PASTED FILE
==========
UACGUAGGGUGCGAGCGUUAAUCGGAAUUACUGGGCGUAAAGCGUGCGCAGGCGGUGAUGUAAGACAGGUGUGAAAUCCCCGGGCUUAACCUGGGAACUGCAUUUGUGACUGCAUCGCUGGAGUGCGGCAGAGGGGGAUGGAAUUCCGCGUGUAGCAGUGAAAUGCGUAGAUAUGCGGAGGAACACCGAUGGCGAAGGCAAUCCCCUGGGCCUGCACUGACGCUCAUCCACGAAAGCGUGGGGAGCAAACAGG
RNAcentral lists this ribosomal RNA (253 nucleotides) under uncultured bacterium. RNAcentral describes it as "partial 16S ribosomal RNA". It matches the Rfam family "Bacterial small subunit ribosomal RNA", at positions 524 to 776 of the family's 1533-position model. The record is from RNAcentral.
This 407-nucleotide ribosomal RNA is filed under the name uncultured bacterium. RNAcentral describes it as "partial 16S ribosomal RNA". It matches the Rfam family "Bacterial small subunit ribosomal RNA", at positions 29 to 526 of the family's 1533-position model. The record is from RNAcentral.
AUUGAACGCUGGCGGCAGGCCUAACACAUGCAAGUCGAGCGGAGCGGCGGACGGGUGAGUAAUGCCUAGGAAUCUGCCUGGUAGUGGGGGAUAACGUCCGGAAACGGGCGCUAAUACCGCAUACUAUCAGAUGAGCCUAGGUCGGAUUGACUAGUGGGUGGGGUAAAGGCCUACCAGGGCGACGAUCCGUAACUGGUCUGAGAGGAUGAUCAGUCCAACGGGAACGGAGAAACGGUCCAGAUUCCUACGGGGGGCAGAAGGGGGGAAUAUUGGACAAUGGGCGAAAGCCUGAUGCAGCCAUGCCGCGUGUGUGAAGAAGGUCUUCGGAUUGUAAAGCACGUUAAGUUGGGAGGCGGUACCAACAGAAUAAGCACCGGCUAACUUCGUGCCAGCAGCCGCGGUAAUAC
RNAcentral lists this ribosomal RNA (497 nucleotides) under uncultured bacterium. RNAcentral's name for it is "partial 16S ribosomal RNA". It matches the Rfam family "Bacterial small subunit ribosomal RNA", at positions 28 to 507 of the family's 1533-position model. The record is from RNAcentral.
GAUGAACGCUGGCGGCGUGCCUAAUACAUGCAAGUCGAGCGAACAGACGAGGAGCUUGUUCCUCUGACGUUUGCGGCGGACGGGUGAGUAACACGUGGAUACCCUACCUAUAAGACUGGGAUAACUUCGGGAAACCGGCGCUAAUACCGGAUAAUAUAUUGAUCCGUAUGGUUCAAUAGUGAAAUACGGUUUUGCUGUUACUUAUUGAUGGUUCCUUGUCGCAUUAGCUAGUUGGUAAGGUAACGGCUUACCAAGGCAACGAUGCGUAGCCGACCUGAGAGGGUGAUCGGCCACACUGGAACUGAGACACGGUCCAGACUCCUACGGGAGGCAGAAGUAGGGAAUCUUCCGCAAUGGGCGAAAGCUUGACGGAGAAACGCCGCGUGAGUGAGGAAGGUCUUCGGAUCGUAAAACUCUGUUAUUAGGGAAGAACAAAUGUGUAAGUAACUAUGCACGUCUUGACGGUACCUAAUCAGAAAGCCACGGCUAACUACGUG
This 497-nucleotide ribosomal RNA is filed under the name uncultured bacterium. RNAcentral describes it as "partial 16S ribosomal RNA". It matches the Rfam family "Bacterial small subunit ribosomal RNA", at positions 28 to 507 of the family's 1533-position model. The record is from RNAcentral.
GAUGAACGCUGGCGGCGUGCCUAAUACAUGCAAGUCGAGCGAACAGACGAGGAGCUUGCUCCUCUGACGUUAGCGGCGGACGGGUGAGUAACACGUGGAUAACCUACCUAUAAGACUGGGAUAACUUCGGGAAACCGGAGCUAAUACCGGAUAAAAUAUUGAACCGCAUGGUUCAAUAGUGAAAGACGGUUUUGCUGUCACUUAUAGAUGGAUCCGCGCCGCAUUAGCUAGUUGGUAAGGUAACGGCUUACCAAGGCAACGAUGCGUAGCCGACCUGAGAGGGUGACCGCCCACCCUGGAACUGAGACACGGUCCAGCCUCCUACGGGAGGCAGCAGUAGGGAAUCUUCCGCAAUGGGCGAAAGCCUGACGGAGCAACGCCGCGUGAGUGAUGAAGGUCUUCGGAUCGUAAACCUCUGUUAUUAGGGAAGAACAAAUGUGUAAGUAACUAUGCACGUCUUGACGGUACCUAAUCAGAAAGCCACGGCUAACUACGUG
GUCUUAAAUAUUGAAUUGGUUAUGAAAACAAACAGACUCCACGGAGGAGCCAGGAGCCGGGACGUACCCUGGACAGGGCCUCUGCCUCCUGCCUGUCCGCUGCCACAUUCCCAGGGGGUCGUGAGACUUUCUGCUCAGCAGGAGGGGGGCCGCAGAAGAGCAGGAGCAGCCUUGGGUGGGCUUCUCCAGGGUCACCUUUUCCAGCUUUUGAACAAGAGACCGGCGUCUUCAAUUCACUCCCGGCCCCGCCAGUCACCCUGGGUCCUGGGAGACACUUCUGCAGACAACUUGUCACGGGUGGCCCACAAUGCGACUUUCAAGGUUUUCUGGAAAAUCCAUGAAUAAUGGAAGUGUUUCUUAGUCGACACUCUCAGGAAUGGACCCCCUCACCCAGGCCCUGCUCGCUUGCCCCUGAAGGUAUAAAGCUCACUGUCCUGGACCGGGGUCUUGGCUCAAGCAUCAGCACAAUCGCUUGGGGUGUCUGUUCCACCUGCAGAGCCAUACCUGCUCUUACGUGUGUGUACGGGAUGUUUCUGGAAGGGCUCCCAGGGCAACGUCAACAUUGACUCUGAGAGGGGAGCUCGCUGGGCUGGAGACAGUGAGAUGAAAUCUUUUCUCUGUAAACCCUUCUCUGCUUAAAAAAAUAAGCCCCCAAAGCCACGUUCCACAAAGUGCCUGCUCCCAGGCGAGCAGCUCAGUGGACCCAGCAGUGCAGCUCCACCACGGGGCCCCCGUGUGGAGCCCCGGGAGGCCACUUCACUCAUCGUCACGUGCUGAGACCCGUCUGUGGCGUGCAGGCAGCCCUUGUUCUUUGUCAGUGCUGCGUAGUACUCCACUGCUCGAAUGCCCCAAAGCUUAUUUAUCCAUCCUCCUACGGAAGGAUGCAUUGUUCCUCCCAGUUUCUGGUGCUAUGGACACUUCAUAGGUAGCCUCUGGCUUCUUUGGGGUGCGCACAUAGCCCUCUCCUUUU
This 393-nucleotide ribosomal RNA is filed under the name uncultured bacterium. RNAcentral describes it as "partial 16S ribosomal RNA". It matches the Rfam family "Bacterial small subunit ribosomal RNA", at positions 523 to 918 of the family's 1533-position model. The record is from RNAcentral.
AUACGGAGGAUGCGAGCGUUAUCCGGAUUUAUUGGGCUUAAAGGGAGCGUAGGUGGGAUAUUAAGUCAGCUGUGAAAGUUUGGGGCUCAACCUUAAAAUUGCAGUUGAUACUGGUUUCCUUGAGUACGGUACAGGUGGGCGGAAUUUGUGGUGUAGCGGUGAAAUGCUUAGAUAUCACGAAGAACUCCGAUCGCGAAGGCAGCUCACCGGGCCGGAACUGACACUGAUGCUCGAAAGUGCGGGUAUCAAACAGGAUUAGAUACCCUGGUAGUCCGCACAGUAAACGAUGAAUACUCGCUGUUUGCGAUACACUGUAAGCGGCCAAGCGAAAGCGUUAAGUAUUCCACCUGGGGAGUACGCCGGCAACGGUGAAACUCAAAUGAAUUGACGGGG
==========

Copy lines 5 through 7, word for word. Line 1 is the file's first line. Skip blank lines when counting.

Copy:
RNAcentral lists this ribosomal RNA (497 nucleotides) under uncultured bacterium. RNAcentral's name for it is "partial 16S ribosomal RNA". It matches the Rfam family "Bacterial small subunit ribosomal RNA", at positions 28 to 507 of the family's 1533-position model. The record is from RNAcentral.
GAUGAACGCUGGCGGCGUGCCUAAUACAUGCAAGUCGAGCGAACAGACGAGGAGCUUGUUCCUCUGACGUUUGCGGCGGACGGGUGAGUAACACGUGGAUACCCUACCUAUAAGACUGGGAUAACUUCGGGAAACCGGCGCUAAUACCGGAUAAUAUAUUGAUCCGUAUGGUUCAAUAGUGAAAUACGGUUUUGCUGUUACUUAUUGAUGGUUCCUUGUCGCAUUAGCUAGUUGGUAAGGUAACGGCUUACCAAGGCAACGAUGCGUAGCCGACCUGAGAGGGUGAUCGGCCACACUGGAACUGAGACACGGUCCAGACUCCUACGGGAGGCAGAAGUAGGGAAUCUUCCGCAAUGGGCGAAAGCUUGACGGAGAAACGCCGCGUGAGUGAGGAAGGUCUUCGGAUCGUAAAACUCUGUUAUUAGGGAAGAACAAAUGUGUAAGUAACUAUGCACGUCUUGACGGUACCUAAUCAGAAAGCCACGGCUAACUACGUG
This 497-nucleotide ribosomal RNA is filed under the name uncultured bacterium. RNAcentral describes it as "partial 16S ribosomal RNA". It matches the Rfam family "Bacterial small subunit ribosomal RNA", at positions 28 to 507 of the family's 1533-position model. The record is from RNAcentral.